In the misty rain, surrounded by Rio de Janeiro’s green hills, police officer Eduardo Dias was buried last week. He was shot, purportedly by gang members, as he was leaving his post inside the favela, or shantytown, where he worked as a community cop.
The killing took place a few hundred feet from the Maracana Stadium, where the opening ceremony of the Summer Olympics will be held on Aug. 5. As family members wept by the graveside, the pastor raised his hands.
“This rain is like our tears,” he said. “Not just ours, but coming also from the heavens for everything that we are going through. I have been asking God, until when, my Lord? Until when are we going to have to bury our good policemen? Until when will we have to keep burying our children?”
Brazil has been rattled by a terrible recession, multiple corruption scandals, a political meltdown and the Zika virus. And now Rio is suffering a security crisis.
Murders are up 15 percent from last year. Robbery is up 30 percent. Amid the economic and political turmoil, the state security budget has been cut by a third. The gangs are fighting for territory in advance of the Olympics, according to authorities.
While everyone is feeling the effects, the impact is greatest on Rio’s poorest communities, the favelas.
To get a sense of how far things have slipped, I went back to Babilonia, a community I visited when I first arrived to Rio three years ago.
Babilonia, like many of Rio’s favelas, is located on a hillside with an amazing view of the water and the famed Copacabana beach. Babilonia became known as one of the so-called Disneyland favelas because they were shown to visiting dignitaries and the media as an example of how conditions had improved.
In the new and improved Babilonia, police walked around with their guns holstered. Residents were opening up businesses catering to tourists. They included restaurants, and hostels that were advertised on Airbnb. The drug gangs kept a low profile.
All this was part of a bold policing program called pacification, which placed permanent bases of community police, known as UPPs, in neighborhoods that had little or no state presence previously. Residents considered them long overdue and the state considered them necessary as Brazil prepared to host the World Cup in 2014 and this summer’s Olympics.
But unlike three years ago, the pacification police are now patrolling with their guns drawn. Police commander Paulo Berbat walks to the crest of the hill, where muddy paths disappear into the jungle.
He says six weeks ago, a rival gang from the neighboring favela tried to push in and take control from the group that controls the drugs and guns in Babilonia. Three drug dealers were killed in a firefight that sent fear through the community.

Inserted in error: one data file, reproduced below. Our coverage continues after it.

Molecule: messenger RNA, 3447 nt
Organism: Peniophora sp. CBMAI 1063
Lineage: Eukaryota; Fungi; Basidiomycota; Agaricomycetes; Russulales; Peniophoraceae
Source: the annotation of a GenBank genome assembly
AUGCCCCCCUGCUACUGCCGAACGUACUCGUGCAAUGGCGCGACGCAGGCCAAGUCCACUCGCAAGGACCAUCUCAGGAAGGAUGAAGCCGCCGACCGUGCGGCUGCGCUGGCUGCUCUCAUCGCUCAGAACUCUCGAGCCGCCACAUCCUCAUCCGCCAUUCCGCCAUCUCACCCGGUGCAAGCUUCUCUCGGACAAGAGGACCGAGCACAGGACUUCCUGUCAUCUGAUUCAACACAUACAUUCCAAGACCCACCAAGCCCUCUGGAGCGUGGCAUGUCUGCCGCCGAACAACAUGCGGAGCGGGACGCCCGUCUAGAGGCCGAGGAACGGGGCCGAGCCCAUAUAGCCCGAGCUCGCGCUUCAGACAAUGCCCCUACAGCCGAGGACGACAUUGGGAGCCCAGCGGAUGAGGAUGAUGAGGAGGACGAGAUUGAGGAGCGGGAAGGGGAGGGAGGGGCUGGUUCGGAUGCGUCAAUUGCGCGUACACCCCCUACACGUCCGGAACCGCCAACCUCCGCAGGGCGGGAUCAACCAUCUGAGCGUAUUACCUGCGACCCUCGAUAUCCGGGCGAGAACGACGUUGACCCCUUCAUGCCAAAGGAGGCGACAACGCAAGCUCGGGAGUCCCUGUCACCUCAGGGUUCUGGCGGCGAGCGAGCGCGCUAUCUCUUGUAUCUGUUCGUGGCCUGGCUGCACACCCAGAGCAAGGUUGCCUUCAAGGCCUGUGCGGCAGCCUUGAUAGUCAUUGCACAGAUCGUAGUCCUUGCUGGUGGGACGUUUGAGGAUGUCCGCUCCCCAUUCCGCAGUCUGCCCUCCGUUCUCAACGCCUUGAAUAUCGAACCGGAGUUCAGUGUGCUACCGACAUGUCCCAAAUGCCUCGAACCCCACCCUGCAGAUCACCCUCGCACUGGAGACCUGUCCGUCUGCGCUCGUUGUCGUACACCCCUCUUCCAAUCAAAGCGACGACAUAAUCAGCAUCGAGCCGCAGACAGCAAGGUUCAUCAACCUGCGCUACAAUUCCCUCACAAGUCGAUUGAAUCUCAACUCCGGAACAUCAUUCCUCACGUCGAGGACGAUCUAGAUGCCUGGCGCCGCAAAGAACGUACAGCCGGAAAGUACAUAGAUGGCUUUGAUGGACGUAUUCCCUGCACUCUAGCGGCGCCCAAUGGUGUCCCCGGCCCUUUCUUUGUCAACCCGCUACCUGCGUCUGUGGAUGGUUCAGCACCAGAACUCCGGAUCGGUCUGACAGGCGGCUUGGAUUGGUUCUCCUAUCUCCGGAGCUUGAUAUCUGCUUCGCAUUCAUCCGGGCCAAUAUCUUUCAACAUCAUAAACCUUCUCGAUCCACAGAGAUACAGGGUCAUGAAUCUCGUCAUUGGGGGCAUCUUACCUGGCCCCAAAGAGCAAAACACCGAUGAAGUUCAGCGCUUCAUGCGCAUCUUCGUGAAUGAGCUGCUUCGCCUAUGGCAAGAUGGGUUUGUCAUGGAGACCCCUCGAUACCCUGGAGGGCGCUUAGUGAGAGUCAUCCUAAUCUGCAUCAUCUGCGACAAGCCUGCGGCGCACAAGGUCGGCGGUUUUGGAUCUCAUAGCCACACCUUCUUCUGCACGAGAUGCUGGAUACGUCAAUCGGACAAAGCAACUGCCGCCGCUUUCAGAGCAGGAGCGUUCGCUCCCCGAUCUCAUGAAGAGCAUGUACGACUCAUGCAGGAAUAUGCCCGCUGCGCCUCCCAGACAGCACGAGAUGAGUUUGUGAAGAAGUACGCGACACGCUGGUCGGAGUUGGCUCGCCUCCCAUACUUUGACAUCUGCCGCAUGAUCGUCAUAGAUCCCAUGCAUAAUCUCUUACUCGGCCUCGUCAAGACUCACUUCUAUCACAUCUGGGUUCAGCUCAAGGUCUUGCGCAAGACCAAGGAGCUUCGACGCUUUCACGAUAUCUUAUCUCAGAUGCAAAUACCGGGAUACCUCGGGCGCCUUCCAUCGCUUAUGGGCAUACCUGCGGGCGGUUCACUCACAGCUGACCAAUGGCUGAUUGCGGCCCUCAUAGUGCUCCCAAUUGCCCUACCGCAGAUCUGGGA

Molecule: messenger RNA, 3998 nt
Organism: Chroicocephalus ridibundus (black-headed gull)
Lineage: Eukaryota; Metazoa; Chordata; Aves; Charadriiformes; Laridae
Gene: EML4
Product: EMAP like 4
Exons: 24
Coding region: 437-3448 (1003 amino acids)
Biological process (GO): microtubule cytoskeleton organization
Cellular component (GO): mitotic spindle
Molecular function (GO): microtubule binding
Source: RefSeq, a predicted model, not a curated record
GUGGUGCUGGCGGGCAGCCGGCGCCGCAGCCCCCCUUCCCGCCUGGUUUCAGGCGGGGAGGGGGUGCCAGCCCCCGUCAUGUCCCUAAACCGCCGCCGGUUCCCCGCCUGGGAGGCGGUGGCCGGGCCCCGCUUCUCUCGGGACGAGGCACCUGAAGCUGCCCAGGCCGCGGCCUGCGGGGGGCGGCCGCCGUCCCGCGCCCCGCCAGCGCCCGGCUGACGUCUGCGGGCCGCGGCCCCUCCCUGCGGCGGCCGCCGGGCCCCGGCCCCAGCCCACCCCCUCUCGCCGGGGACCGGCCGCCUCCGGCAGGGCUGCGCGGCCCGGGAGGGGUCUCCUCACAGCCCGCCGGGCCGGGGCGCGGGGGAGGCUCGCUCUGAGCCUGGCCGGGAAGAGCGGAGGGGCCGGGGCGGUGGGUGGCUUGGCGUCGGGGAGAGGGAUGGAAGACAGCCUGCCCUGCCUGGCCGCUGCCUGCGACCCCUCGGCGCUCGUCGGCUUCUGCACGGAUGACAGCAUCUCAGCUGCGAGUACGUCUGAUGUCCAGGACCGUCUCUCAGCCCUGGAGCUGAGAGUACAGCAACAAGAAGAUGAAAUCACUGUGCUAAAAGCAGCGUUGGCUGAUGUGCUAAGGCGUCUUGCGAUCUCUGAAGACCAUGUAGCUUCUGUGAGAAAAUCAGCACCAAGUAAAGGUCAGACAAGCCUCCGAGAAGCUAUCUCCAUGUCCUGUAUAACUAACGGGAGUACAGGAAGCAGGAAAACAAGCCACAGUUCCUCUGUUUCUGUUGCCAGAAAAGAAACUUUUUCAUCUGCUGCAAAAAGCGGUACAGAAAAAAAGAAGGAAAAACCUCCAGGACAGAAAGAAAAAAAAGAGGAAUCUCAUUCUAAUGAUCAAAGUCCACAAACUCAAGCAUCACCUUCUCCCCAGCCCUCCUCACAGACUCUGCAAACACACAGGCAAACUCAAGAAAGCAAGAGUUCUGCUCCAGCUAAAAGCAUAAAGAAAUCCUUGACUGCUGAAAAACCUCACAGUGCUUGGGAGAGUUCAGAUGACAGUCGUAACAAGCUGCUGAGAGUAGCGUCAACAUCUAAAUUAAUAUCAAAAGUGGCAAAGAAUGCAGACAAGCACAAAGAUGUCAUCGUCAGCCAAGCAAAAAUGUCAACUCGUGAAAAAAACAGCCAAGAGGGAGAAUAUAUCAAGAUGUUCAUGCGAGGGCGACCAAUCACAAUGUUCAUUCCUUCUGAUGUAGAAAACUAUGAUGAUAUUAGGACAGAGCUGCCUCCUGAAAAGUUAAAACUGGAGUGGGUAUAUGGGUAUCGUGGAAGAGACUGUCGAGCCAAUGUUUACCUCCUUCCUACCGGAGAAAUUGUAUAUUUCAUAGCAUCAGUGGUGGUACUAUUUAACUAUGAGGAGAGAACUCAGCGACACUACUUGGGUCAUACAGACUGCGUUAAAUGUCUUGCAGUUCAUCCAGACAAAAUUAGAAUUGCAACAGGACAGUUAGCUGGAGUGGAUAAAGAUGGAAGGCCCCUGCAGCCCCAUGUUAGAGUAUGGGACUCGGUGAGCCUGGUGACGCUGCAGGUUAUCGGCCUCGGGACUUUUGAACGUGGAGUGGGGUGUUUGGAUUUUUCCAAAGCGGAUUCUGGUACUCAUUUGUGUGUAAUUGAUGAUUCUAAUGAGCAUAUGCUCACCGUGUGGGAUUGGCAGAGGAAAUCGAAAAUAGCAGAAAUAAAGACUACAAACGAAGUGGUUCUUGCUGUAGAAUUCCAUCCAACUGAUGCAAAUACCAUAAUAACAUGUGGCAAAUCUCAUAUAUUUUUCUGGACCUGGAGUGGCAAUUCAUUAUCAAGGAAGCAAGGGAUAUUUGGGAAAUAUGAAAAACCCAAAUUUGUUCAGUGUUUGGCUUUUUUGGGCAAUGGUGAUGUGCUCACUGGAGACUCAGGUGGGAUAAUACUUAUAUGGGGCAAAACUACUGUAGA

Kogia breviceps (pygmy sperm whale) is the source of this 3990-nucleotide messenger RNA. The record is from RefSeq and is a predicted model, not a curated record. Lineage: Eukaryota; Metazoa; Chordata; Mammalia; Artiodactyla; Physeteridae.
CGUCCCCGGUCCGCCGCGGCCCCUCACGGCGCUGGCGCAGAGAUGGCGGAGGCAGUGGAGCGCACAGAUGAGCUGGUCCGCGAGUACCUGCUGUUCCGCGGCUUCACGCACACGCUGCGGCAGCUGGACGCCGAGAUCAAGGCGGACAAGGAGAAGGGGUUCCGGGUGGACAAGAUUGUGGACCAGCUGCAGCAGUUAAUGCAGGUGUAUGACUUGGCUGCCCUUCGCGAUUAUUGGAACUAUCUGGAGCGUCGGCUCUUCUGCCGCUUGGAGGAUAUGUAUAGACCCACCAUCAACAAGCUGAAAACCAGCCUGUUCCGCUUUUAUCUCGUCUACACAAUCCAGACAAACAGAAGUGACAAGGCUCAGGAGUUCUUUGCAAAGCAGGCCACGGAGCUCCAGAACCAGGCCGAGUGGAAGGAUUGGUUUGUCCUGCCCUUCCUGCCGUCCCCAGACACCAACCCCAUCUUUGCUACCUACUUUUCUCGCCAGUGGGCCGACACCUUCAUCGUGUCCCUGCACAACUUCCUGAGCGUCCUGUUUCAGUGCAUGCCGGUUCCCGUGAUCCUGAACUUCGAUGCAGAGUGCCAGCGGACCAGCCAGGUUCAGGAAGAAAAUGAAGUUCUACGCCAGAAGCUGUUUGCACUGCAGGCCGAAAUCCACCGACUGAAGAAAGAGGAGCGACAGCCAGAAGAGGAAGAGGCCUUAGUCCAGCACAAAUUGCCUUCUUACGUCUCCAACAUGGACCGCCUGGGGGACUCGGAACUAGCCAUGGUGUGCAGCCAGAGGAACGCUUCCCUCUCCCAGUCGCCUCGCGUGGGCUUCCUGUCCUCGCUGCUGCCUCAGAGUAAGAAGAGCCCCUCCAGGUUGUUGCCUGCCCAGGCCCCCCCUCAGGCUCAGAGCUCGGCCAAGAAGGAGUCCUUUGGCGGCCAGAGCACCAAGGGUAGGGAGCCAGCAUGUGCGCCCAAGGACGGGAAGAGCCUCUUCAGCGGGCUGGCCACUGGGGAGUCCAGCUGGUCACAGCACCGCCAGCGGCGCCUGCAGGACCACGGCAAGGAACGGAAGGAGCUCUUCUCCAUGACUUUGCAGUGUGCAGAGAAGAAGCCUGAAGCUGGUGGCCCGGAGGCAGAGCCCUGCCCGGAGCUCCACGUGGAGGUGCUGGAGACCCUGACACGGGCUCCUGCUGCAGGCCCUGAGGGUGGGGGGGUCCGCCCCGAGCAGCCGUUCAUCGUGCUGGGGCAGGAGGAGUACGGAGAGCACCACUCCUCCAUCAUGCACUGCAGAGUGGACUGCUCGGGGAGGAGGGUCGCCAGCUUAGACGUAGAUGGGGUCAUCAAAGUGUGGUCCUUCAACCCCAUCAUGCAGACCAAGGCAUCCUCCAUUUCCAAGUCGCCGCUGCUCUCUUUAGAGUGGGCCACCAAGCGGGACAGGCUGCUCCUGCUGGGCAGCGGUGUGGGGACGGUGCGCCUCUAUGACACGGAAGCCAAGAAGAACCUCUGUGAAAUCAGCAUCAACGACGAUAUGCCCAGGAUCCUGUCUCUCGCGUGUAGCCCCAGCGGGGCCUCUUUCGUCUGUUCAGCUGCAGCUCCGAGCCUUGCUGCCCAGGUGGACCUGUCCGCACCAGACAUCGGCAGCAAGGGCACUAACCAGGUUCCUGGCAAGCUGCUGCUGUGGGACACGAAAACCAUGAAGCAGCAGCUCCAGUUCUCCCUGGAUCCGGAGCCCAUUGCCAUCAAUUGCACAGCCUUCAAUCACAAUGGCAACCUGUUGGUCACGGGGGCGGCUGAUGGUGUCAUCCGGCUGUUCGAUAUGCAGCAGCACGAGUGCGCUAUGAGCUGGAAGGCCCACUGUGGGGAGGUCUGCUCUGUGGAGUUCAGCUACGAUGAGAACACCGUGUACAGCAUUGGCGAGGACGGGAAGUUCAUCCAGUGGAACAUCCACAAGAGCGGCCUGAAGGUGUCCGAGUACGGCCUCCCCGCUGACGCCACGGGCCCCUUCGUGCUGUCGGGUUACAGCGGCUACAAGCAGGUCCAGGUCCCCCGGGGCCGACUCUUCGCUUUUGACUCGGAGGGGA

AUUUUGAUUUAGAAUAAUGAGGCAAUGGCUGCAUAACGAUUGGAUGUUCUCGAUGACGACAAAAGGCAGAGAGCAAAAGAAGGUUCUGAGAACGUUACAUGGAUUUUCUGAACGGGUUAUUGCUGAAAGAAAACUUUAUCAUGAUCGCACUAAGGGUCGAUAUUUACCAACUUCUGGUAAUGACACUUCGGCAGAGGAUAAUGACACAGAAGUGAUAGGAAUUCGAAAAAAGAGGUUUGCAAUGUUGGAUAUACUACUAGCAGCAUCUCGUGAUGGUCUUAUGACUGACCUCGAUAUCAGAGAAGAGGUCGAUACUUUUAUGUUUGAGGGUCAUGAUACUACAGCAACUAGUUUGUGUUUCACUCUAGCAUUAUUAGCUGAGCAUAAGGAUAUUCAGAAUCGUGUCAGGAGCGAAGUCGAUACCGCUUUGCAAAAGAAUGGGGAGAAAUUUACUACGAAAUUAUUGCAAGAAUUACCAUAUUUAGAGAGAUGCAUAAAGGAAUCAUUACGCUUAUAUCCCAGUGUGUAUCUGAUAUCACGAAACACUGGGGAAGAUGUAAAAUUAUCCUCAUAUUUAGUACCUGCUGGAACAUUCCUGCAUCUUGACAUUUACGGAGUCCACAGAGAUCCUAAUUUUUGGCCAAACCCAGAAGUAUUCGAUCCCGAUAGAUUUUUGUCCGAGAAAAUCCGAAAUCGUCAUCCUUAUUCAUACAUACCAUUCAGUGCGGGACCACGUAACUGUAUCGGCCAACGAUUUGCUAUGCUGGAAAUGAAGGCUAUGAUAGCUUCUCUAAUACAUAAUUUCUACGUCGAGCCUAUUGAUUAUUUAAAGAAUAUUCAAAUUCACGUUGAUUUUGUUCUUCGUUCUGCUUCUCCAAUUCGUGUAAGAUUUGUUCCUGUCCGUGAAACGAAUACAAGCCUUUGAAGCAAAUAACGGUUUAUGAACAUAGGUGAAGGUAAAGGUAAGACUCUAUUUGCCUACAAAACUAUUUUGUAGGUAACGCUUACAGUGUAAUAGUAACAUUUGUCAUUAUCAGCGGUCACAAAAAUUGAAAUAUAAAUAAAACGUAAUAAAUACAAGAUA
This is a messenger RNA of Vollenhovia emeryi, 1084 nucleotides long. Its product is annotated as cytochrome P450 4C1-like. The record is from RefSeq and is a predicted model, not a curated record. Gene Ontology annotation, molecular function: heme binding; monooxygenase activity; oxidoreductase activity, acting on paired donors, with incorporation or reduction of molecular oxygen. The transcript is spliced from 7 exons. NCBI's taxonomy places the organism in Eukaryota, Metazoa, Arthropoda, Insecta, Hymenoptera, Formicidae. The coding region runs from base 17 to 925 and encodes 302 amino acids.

Too Scared To Speak
Rodrigo da Silva agreed to meet with me on the beach where he works. He owns a hostel in the favela that he advertises on Airbnb, but he also sells food on Copacabana to make ends meet.
He hoped the Summer Olympics would get him out of the hot sun. But so far, there have been few guests at his hostel. “Our business has decreased,” he says. “We had much higher expectations in terms of hosting people throughout the Olympics. If the situation had improved, maybe I wouldn’t still have to work here on the beach.”
Other members of the community had similar stories about a sharp drop in business due to the violence.
Aside from da Silva, favela residents refused to be interviewed, in marked contrast to three years ago. Several told me they had been directly threatened by the gangs, who said we were asking too many questions.
“If you talk too much, it ends badly,” da Silva says. “Here’s the deal: You do not mess with their business, don’t mess with their stuff — and they don’t mess with you.”
Olympic officials are promising the games will be safe for visitors and athletes. Brazil will be bringing in double the amount of security that the London Games had four years ago.
“What we need to push, and we will do so, is to have more security before the games, and more security after the games. We don’t want the games to be an island of success and perfection. We want the games to transform Rio, and to make Rio a safer city in the years to come,” says Mario Andrada, the communications director for Rio 2016.
But even if the Olympics go according to plan, the future of the pacification program is in doubt. Da Silva tells me he fears the worst.
“There will be more violence, more violence in all the communities because of the fights between the drug gangs, fights against the police,” he says. “In the end the ones who will pay for this will be the residents, as always.”
NPR has been collaborating with the the PBS NewsHour, which will also feature reporting by Lulu Garcia-Navarro on its program Tuesday evening.